Identify the input, (i.e., information is supplied to the function) and output, (i.e., information is produced by the function) conditions for the function.

The input conditions are identified as:



· balance owed,

· balance owed for late fee.

The output conditions are identified as:

age of amounts,

· age of amounts for late fee,

· calculation for late fee.

Defining Tests

Define tests for the boundary situations for each of the input and output conditions. For example:

Balance Owed

1. > 0,

2. = 0,

3. < 0.

Age of Amounts

balance owed > 0 and

4. run date - date of service = 0,

5. run date - date of service = 29,

6. run date - date of service = 30,

7. run date - date of service = 31,

8. run date - date of service = 59,

9. run date - date of service = 60,

10. run date - date of service = 61,

11. run date - date of service = 89,

12. run date - date of service = 90,

13. run date - date of service = 91.


Balance Owed for Late Fee

run date - date of service > 30 and

14. balance owed = $9.99,

15. balance owed = $10.00,

16. balance owed = $10.01.

Age of Amount for Late Fee

balance owed > $10.00 and

17. run date - date of service = 29,

18. run date - date of service = 30,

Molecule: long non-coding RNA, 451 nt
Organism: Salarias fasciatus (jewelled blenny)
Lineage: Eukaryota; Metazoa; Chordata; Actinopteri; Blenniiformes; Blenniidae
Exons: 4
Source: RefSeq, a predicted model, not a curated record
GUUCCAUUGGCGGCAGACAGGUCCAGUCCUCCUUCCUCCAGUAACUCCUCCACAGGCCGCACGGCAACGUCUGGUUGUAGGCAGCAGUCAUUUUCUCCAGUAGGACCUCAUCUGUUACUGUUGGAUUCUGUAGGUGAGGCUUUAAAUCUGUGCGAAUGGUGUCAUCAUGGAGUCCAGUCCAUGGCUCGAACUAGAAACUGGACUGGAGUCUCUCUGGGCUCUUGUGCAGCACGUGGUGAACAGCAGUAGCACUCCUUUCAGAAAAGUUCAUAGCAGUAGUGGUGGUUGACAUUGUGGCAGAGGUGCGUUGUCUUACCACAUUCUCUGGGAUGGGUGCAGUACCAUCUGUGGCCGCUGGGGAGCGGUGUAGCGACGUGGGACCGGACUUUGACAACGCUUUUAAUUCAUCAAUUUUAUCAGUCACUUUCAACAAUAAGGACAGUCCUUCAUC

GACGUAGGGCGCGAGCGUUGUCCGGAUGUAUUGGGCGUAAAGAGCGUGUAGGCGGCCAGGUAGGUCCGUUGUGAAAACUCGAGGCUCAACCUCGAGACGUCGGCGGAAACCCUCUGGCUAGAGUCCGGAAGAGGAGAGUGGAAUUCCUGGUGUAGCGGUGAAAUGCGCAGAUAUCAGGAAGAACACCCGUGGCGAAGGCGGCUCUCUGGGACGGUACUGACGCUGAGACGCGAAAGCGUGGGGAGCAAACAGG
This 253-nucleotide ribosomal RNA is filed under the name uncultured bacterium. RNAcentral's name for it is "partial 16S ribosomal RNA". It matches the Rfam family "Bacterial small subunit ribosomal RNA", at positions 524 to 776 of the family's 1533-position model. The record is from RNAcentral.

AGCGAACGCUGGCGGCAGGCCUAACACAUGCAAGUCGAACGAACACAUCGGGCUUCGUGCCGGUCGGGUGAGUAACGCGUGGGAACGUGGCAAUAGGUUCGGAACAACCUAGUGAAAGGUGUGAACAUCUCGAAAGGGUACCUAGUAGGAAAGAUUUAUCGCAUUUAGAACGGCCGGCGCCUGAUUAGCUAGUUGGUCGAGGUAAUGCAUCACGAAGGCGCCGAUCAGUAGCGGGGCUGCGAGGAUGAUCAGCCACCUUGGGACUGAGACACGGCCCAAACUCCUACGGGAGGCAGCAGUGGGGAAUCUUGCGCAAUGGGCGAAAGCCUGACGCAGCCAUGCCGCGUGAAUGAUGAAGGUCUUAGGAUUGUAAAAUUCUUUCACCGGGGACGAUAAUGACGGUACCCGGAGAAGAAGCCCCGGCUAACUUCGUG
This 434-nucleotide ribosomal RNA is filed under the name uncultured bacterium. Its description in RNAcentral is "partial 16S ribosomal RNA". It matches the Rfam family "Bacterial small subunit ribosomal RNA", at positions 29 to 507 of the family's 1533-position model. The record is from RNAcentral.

19. run date - date of service = 31,

Calculation for Late Fee

balance owed > $10.00, run date - date of service > 30 and

20. 1% late fee < $3.00,

21. 1% late fee = $3.00,

22. 1% late fee > $3.00.


Regards
Gowtham
Thanks a ton for such a detailed information... it's very useful.


Regards
Chitra.
Hi Gowtham,

the information is very useful. can u send some more simple examples because these one quite difficult to understand for me.


Regards
Chitra.
Hi Chitra,

I will tell u in detail
The boundary value analysis can have 6 or more test cases.

n, n-1,n+1 for the Maximum and
n, n-1,n+1 for the Minimum

Lets take the Range between 10-20

Maxiumum:

n is 20
So the range will be
n is 20 which is valid since it is in the range
n+1 is 21 is Invalid since it is out of ange
n-1 is 19 is valid since it is in Range


Minimum:

Here N is 10 which is valid

n+1 is 11 is Valid since it is in range
n-1 is 9 which is out of range


We can take more than 2 Boundaries

If u have any doubts please ask i will give you more details

Regards
Gowtham
Hi

That example is not really clear gowtham. It should be 9, 10, 20, 21. You need to take M as 10 (for lower boundary) and N as 20 (for upper boundary) and need to frame TCs for M, M-1, N and N+1